Susan Dunford, University of Cincinnati, Cincinnati, OH, USA
Revised by Alexander Schulz, University of Copenhagen,
Proteins as Signal Molecules
Proteins synthesized in companion cells can clearly enter the sieve elements through the plasmodesmata that connect the two cell types. As noted in textbook chapter 12, the P-proteins in cucurbit exudate, PP1 and PP2, are synthesized in companion cells. The sieve-pore-plasmodesmata contacts connecting companion cells and sieve elements must thus allow these macromolecules to move across them. Furthermore, subunits of PP1 and PP2 move with the translocation stream to sink tissues.
Subunits of P-proteins from pumpkin (Cucurbita maxima) can move across graft unions from a pumpkin stock (basal graft partner) to a cucumber (Cucumis sativus) scion (upper graft partner), as well as from a pumpkin scion to a cucumber stock. Both proteins can move from the sieve elements to companion cells; neither protein is able to move beyond the sieve element–companion cell complex (Golecki et al., 1999; la Cour Petersen et al., 2005). Furthermore, no definite signaling function has yet been established for either protein.
Other proteins move in the translocation stream from sources to sinks. For example, passive movement of proteins from companion cells to sieve elements has been demonstrated in Arabidopsis and tobacco plants. These plants were transformed with the gene for green fluorescent protein (GFP) from jellyfish, under control of the SUC2 promoter from Arabidopsis. The SUC2 sucrose–H+ symporter is synthesized within the companion cells, so proteins expressed under the control of its promoter, including GFP, are also synthesized in the companion cells. GFP, which is localized by its fluorescence after excitation with blue light, moves through plasmodesmata from companion cells into sieve elements of source leaves (see textbook Figure 12.24B) and migrates within the phloem to sink tissues.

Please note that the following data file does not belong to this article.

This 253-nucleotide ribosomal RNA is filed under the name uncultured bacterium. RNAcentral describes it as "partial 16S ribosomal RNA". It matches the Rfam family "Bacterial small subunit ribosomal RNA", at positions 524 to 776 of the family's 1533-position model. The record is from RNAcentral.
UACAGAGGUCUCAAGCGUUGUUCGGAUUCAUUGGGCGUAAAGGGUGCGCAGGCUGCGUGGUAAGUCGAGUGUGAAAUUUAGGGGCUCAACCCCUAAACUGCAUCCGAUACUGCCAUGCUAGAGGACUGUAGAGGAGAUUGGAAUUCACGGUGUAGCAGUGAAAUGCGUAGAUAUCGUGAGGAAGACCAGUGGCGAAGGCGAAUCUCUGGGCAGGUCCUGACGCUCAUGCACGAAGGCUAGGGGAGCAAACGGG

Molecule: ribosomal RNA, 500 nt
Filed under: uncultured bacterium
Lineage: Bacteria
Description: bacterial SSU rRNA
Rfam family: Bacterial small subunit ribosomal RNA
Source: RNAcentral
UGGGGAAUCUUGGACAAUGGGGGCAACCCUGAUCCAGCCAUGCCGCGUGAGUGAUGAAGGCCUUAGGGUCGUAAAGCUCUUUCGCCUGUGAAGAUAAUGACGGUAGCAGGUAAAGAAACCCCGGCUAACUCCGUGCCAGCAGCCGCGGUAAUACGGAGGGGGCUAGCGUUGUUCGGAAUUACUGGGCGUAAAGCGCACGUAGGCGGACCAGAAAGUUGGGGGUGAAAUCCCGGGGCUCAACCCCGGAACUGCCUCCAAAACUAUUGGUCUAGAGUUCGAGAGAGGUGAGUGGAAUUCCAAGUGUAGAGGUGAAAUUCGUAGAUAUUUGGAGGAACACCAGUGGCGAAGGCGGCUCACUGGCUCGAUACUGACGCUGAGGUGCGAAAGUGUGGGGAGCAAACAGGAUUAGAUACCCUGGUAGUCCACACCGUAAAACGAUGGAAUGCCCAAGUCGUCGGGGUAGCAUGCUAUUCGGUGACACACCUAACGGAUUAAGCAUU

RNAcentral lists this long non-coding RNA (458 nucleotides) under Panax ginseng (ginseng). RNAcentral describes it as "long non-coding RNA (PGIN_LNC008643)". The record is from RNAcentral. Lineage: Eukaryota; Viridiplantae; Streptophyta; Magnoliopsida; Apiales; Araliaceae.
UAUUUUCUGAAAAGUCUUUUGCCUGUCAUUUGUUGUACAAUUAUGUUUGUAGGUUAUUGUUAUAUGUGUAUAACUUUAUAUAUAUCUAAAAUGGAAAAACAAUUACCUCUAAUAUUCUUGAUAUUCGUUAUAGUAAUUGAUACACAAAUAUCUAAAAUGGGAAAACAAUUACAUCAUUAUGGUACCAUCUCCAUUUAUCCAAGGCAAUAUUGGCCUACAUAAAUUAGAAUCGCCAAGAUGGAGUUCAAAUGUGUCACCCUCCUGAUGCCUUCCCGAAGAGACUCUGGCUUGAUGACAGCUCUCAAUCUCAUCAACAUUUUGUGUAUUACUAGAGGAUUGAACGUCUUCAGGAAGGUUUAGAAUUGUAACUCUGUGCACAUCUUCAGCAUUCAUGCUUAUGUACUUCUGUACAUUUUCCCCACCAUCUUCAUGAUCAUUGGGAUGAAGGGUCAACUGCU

Finally, the jellyfish green fluorescent protein is unloaded symplasmically through the plasmodesmata into sink tissues, such as seed coats, anthers, root tips, and mesophyll cells in importing leaves (see textbook Figure 12.24C) (Imlau et al., 1999; Stadler et al., 2005). Because jellyfish GFP is unlikely to possess specific sequences for interaction with plasmodesmatal structures, its movement into and out of sieve elements is likely to occur by passive diffusion. Overexpression of gene constructs in companion cells of scions move all the way to the root protophloem unloading zone of the non-transgenic graft partner (Paultre et al., 2016).